Patrol Project in Quebec Aids Copper Redhorse Recovery

October 2010

Information booth at Fort Chambly, near the Richelieu River: The information officers met with numerous visitors to tell them about the copper redhorse.
Photo credit: COVABAR

During the summer of 2010, through the efforts of Comité de concertation et de valorisation du bassin de la rivière Richelieu (COVABAR) awareness officers, nearly 1800 people were informed about the precarious status of the Copper Redhorse, a freshwater fish at risk found nowhere else in the world but in Quebec.

The Copper Redhorse is an endangered species and has been listed pursuant to the Species at Risk Act (SARA). It is estimated that only from a few hundred to a few thousand individuals remain in the Richelieu and St. Lawrence rivers. Numerous activities have been implemented to help this species recover.

The Pierre-Étienne-Fortin wildlife refuge was established in 2002 by the Government of Quebec to protect the larger of the only two known Copper Redhorse spawning grounds. In summer, this natural site is very popular with vacationers for swimming, fishing or activities on the water like personal watercrafting and kayaking. These activities can disturb the fish during the spawning season and are a threat to the recovery o/ f this species. The wildlife refuge is therefore closed to visitors from June 20 to July 20, which is the spawning period for Copper Redhorse. The purpose of this ban on human activity is to minimize the disturbance of spawning stock, the trampling of eggs and any damage to the natural environment. But this can only be accomplished if people respect the rules established for the refuge...

This is why a patrol team has been at work for several years now in the Chambly watershed on the Richelieu River. The awareness officers remind boaters of the existence of the wildlife refuge, of the regulations in force there and of the precarious status of the Copper Redhorse. The officers also meet fishers on the water to make them aware of why it’s important to preserve this species and, using a species identification key, to show them the differences between the Copper redhorse and other fish species.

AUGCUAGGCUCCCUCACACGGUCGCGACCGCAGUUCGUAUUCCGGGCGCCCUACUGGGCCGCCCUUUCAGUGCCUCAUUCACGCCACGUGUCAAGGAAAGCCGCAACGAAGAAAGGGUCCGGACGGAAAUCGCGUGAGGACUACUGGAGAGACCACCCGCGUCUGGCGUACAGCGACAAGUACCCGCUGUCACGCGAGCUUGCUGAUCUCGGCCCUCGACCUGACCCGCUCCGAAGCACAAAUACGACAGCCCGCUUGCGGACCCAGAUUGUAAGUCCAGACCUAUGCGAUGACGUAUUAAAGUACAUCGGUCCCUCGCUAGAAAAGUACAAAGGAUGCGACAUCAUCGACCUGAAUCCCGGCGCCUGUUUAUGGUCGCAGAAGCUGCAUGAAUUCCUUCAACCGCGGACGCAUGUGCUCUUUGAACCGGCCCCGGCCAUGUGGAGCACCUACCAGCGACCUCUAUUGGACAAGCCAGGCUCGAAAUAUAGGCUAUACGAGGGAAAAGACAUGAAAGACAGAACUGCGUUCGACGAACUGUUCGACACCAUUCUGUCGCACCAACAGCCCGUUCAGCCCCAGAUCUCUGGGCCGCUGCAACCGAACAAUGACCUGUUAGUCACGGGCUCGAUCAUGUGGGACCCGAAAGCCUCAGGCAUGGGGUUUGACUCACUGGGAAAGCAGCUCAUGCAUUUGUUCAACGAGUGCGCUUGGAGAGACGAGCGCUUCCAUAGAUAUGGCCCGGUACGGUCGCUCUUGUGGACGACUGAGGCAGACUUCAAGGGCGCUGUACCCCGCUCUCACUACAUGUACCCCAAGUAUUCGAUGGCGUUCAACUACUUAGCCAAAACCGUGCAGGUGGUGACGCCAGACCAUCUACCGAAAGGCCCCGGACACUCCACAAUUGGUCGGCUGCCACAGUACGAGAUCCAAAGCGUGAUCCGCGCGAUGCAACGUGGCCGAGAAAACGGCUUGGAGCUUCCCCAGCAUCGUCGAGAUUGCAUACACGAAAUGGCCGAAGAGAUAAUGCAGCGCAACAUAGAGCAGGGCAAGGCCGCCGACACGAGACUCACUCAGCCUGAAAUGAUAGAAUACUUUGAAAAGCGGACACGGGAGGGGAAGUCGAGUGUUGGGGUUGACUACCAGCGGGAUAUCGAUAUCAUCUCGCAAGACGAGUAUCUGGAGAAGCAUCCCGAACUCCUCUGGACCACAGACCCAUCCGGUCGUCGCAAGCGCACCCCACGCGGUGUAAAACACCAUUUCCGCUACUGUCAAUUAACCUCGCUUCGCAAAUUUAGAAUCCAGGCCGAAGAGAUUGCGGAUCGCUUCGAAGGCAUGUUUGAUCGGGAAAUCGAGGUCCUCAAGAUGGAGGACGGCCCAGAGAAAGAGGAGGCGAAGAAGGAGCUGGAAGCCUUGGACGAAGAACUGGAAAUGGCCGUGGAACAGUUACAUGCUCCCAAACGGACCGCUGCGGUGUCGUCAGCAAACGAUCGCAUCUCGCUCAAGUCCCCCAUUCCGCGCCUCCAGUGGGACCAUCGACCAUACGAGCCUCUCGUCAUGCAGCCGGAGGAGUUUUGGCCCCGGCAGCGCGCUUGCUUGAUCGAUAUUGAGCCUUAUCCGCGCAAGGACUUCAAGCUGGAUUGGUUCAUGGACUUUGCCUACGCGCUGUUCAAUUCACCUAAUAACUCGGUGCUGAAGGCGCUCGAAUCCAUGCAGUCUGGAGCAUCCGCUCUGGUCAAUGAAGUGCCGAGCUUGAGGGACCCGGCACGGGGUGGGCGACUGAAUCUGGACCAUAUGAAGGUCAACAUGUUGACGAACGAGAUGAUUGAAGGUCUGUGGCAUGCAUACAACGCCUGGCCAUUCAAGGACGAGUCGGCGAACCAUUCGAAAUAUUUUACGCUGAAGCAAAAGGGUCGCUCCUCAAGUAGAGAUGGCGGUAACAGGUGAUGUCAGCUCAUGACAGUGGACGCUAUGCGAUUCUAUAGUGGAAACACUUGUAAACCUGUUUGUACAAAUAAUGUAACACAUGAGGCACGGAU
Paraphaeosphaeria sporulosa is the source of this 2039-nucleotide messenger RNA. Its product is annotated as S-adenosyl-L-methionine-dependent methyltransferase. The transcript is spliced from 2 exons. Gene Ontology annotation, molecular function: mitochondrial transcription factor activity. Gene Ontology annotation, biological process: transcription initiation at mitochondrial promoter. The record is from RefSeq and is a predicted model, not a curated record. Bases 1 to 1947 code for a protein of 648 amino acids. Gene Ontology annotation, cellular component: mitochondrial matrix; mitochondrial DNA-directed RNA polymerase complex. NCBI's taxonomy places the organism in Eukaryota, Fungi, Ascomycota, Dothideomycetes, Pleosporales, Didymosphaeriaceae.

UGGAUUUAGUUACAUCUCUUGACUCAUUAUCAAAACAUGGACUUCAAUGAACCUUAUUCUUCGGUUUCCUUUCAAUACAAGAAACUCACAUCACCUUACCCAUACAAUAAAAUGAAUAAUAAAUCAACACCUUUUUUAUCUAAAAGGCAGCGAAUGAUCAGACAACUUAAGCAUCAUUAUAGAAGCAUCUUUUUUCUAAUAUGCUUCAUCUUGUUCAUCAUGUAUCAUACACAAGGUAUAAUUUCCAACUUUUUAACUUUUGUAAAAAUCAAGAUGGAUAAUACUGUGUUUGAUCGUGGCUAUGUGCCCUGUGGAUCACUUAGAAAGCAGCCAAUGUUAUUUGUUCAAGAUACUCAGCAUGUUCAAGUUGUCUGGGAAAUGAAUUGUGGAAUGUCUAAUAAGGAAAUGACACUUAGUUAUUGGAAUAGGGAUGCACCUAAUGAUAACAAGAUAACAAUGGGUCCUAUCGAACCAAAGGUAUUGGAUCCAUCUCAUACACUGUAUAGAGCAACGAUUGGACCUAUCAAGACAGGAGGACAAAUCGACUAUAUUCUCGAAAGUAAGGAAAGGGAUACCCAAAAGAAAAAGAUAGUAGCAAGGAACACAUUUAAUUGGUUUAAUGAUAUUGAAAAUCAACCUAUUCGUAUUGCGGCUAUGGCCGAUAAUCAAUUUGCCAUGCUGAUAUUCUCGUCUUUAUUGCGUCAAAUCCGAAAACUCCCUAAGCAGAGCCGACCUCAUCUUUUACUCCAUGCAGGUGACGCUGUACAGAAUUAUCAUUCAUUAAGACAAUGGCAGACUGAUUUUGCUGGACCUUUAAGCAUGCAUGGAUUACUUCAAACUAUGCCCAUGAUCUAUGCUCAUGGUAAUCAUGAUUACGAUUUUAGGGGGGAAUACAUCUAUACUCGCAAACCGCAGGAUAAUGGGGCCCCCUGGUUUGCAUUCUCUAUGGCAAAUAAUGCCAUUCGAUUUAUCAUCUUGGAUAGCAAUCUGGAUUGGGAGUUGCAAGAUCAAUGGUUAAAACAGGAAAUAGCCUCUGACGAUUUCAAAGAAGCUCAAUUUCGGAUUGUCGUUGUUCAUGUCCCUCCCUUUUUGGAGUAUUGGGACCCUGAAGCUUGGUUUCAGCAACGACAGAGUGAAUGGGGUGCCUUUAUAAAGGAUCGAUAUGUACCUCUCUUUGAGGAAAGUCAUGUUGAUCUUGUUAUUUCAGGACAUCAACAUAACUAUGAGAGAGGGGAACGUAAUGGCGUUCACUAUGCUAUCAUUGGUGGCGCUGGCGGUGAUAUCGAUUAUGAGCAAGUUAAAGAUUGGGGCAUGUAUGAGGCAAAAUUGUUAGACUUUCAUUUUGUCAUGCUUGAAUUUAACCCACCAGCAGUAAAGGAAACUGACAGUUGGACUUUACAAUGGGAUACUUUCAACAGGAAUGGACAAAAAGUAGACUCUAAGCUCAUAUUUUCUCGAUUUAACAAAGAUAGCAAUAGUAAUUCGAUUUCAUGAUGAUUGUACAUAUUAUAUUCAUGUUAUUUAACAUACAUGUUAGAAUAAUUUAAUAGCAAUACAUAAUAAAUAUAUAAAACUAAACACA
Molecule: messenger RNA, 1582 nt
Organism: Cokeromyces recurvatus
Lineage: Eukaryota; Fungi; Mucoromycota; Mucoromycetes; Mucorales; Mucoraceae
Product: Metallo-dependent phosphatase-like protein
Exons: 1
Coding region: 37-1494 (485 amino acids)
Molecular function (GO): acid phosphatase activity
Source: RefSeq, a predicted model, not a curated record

In 2010, the awareness officers met with 1,779 visitors and recreational boaters and 147 offences were observed.

This female copper redhorse was used for artificial reproduction in 2009.
Photo credit: COVABAR

This patrol project has been made possible through a contribution from the Habitat Stewardship Program for Species at Risk, which is managed jointly by Fisheries and Oceans Canada, Environment Canada and Parks Canada, and with assistance from several other partners, including the Fondation de la faune du Québec.

Other recovery activities are planned by COVABAR for the coming years, including:

  • An awareness and guided activity project focusing on Jeannotte and aux Cerfs islands, important nursery areas for the species; and
  • A project to restore shorelines in agricultural areas and to raise awareness amongst farmers about the impact of agriculture on the aquatic environment (pesticides, erosion).

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